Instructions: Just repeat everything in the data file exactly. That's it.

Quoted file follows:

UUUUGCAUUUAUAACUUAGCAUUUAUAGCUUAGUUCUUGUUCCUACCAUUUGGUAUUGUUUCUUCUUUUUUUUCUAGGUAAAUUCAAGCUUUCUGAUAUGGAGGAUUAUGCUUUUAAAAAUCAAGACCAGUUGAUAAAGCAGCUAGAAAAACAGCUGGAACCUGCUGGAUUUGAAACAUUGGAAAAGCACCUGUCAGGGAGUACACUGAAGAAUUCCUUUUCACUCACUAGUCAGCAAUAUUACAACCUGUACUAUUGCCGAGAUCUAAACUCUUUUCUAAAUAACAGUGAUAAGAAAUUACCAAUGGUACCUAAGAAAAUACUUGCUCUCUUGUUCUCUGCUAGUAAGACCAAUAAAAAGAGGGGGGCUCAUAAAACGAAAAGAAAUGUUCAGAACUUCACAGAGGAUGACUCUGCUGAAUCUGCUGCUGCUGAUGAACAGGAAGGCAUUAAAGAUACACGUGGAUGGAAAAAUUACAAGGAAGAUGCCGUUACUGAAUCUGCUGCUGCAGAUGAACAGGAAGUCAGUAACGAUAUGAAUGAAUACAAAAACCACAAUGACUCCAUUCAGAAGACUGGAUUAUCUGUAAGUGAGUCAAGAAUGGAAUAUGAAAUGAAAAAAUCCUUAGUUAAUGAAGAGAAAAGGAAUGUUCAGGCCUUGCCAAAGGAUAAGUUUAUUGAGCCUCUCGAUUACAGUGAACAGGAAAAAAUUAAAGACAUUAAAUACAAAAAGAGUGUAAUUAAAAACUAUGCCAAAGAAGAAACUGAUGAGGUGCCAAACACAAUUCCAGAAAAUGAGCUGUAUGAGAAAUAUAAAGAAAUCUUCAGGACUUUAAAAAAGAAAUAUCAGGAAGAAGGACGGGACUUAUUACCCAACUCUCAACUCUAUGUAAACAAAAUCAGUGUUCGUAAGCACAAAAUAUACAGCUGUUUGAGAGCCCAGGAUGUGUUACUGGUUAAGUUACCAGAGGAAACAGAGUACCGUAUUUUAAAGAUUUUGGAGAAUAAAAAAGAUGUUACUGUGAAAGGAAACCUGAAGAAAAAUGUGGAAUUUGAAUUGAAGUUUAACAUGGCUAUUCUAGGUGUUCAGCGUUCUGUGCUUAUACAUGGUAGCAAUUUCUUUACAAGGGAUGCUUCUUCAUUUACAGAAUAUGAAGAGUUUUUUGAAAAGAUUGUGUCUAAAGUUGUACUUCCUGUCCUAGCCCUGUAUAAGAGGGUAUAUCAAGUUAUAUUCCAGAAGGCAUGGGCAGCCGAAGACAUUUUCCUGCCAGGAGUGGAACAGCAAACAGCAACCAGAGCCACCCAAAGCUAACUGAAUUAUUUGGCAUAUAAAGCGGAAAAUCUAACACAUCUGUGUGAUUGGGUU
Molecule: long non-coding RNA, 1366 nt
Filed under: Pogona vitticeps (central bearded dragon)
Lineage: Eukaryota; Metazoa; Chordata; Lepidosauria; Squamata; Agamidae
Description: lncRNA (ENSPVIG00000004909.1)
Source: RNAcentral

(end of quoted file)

UUUUGCAUUUAUAACUUAGCAUUUAUAGCUUAGUUCUUGUUCCUACCAUUUGGUAUUGUUUCUUCUUUUUUUUCUAGGUAAAUUCAAGCUUUCUGAUAUGGAGGAUUAUGCUUUUAAAAAUCAAGACCAGUUGAUAAAGCAGCUAGAAAAACAGCUGGAACCUGCUGGAUUUGAAACAUUGGAAAAGCACCUGUCAGGGAGUACACUGAAGAAUUCCUUUUCACUCACUAGUCAGCAAUAUUACAACCUGUACUAUUGCCGAGAUCUAAACUCUUUUCUAAAUAACAGUGAUAAGAAAUUACCAAUGGUACCUAAGAAAAUACUUGCUCUCUUGUUCUCUGCUAGUAAGACCAAUAAAAAGAGGGGGGCUCAUAAAACGAAAAGAAAUGUUCAGAACUUCACAGAGGAUGACUCUGCUGAAUCUGCUGCUGCUGAUGAACAGGAAGGCAUUAAAGAUACACGUGGAUGGAAAAAUUACAAGGAAGAUGCCGUUACUGAAUCUGCUGCUGCAGAUGAACAGGAAGUCAGUAACGAUAUGAAUGAAUACAAAAACCACAAUGACUCCAUUCAGAAGACUGGAUUAUCUGUAAGUGAGUCAAGAAUGGAAUAUGAAAUGAAAAAAUCCUUAGUUAAUGAAGAGAAAAGGAAUGUUCAGGCCUUGCCAAAGGAUAAGUUUAUUGAGCCUCUCGAUUACAGUGAACAGGAAAAAAUUAAAGACAUUAAAUACAAAAAGAGUGUAAUUAAAAACUAUGCCAAAGAAGAAACUGAUGAGGUGCCAAACACAAUUCCAGAAAAUGAGCUGUAUGAGAAAUAUAAAGAAAUCUUCAGGACUUUAAAAAAGAAAUAUCAGGAAGAAGGACGGGACUUAUUACCCAACUCUCAACUCUAUGUAAACAAAAUCAGUGUUCGUAAGCACAAAAUAUACAGCUGUUUGAGAGCCCAGGAUGUGUUACUGGUUAAGUUACCAGAGGAAACAGAGUACCGUAUUUUAAAGAUUUUGGAGAAUAAAAAAGAUGUUACUGUGAAAGGAAACCUGAAGAAAAAUGUGGAAUUUGAAUUGAAGUUUAACAUGGCUAUUCUAGGUGUUCAGCGUUCUGUGCUUAUACAUGGUAGCAAUUUCUUUACAAGGGAUGCUUCUUCAUUUACAGAAUAUGAAGAGUUUUUUGAAAAGAUUGUGUCUAAAGUUGUACUUCCUGUCCUAGCCCUGUAUAAGAGGGUAUAUCAAGUUAUAUUCCAGAAGGCAUGGGCAGCCGAAGACAUUUUCCUGCCAGGAGUGGAACAGCAAACAGCAACCAGAGCCACCCAAAGCUAACUGAAUUAUUUGGCAUAUAAAGCGGAAAAUCUAACACAUCUGUGUGAUUGGGUU
Molecule: long non-coding RNA, 1366 nt
Filed under: Pogona vitticeps (central bearded dragon)
Lineage: Eukaryota; Metazoa; Chordata; Lepidosauria; Squamata; Agamidae
Description: lncRNA (ENSPVIG00000004909.1)
Source: RNAcentral